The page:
On the part of the article, and by extension our blog, and ourselves: "Off with their heads!"

Some of what the article calls out as misdeeds are tragedies, but not recognizably "officer" misdeeds rather than "people" misdeeds.

"People" shouldn’t drive drunk, or tired. Results can be tragic. But do they reflect upon the perpetrator as an officer? Sometimes yes. Sometimes no. Does the article say? Nope. But hey, let’s get outraged anyway. After all, there won’t be any blowback to us, right? (Wait, does that sound familiar?)

"Officers" shouldn’t commit fraud, intimidation, theft, perjury. You can’t trust them as officers after that. The distinction is vital.

  • Perhaps the internal affairs board and the prosecutor ignored evidence, looked the other way because of his record.

  • Perhaps the crime he was accused of was unfounded, and all those people – the IA board, the prosecutor, the mayor – had all the evidence, knew he was innocent, and withheld the details because "throwing gas on a media fire".

If you don’t have enough information to be damned sure which of the above a case falls under, it should give you pause. Are you going to ruin an innocent man’s life because you Heard It On TV? If the officer is a scum bag, and you do get him off the street, are you just going to see him replaced with the scum bag let go by the district three states over?

Conserve your outrage. Demand information and make informed judgements. Use your outrage where it will do the most good. Demand justice, not vengeance.

Scary Devil Monastery (profile) says:

Re: Let's hear it for cancel culture, eh?

"On the part of the article, and by extension our blog, and ourselves: "Off with their heads!""

And very appropriately so.

If among a corporation with 120000 employees roughly 12000 has a record of gross malfeasance and those employees were retained without severe administrative penalties then any audit would fail the corporation as a whole.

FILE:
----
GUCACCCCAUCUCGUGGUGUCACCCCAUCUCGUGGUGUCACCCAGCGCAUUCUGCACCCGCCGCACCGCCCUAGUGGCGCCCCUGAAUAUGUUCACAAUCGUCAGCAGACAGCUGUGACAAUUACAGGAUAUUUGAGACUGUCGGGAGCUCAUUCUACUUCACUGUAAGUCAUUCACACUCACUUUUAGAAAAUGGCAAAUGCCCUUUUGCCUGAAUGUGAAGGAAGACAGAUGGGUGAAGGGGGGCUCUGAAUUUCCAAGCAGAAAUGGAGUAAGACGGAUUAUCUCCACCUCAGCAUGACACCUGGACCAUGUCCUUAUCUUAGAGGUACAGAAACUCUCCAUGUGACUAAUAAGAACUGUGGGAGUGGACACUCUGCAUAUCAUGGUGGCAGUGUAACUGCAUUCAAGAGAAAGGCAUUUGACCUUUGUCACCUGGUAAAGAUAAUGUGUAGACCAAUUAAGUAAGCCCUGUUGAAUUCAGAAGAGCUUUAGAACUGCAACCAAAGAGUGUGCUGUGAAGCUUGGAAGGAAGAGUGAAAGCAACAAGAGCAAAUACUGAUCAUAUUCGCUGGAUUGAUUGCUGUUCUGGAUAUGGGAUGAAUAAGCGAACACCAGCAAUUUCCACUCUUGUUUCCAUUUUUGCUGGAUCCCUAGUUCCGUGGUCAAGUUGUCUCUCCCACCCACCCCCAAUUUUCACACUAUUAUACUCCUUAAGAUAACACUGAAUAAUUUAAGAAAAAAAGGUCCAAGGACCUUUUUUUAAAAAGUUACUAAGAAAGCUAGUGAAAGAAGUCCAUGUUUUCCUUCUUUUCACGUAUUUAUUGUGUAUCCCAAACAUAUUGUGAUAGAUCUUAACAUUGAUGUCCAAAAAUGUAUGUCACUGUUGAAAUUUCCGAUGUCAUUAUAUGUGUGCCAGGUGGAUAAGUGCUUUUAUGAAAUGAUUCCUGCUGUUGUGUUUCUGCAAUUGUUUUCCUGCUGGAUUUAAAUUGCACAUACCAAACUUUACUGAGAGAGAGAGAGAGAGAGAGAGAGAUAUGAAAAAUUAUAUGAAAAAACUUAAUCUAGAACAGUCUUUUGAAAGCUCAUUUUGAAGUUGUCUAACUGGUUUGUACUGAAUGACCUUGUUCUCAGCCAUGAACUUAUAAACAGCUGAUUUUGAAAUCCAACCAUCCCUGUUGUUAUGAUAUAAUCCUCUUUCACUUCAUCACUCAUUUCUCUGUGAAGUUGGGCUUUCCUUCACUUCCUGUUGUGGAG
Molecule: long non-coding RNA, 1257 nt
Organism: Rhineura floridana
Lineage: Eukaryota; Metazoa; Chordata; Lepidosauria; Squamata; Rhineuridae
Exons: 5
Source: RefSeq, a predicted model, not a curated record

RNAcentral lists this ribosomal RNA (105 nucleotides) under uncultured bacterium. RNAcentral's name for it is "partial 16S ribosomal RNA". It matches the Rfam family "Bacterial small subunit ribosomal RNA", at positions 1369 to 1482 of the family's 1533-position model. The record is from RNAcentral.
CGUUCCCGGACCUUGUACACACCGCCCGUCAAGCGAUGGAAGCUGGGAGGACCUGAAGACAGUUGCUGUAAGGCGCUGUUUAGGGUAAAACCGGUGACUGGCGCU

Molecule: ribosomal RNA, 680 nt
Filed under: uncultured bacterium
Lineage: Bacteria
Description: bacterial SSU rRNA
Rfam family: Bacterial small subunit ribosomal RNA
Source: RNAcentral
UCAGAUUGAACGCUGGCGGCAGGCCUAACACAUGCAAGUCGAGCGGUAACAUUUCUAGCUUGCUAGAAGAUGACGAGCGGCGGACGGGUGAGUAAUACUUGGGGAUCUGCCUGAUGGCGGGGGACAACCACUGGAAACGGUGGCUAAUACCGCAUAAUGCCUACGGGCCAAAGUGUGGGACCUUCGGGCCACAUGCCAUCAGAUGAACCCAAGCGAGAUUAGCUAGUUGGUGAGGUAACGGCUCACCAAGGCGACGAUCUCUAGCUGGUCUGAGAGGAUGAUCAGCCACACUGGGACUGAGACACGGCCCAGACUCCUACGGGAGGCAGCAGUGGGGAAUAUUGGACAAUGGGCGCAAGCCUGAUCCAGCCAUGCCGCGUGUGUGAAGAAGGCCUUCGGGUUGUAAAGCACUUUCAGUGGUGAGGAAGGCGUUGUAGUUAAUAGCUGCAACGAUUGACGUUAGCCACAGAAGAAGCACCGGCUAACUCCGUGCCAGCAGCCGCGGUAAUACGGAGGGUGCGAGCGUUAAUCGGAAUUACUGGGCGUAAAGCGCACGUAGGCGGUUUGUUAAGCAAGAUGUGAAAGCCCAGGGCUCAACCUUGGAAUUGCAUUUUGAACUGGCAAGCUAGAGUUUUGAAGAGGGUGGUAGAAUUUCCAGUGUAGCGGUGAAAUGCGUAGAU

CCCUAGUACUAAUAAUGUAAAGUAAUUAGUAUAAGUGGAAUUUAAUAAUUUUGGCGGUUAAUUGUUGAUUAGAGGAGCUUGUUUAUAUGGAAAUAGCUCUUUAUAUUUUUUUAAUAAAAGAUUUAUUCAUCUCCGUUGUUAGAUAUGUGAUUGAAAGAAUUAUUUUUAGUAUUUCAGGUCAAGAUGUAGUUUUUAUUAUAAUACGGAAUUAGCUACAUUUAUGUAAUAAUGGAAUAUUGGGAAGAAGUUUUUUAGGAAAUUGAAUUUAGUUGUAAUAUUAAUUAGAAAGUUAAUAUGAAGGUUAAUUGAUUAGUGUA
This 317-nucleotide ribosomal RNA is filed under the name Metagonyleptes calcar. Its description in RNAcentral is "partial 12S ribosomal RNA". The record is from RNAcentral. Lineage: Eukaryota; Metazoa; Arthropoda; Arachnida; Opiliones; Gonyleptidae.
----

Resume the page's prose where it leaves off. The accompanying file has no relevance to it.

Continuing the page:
If a military brigade had whole percentages of their staff turning into criminals then that brigade would be dissolved, carefully vetted, and every last weak link rejected before reorganization.

Here we have Law Enforcement – holding the violence monopoly. trusted to bear and use arms against the citizenry in their duty of upholding the law…where dereliction of duty, outright criminal behavior, and disastrously bad judgment is so rife the list is 12000 names long. I should note that the number of law enforcement officers serving today in California are around 120k. The number of rotten apples over the last ten years thus amounts to 10 whopping percent of the current total.

And the District Attorney whose core job is to pursue criminal behavior, rather than investigate the departments who allow this sort of crap to continue, tries to pretend it’s a crime for journalists to receive and publish public information.

So yes. Off with their heads. There is no "two sides" to this unilateral embarrassment.

R/O/G/S says:



Female cops suck too. Maybe the problem is “police/western culture,” not merely gender constructs.

The distribution of women who choose the worlds most dangerous professions could also be to blame-women categorically opt for gender-protected jobs.

We just dont see women screaming to be garbage collectors, shit-plunging plumbers, lumberjacks, or deep sea fishers, instead, choosing safe, clean, gender-protected jobs.

Not that policing is dangerous-its not even in the top ten most dangerous professions, but still…

Where I live, far away from the US, I see women doing ALL of these dangerous, difficult, filthy jobs, daily, and frequently in high heels.

Whats wrong with western women/womyn/wimmins and der kinder, perpetuating this cycle?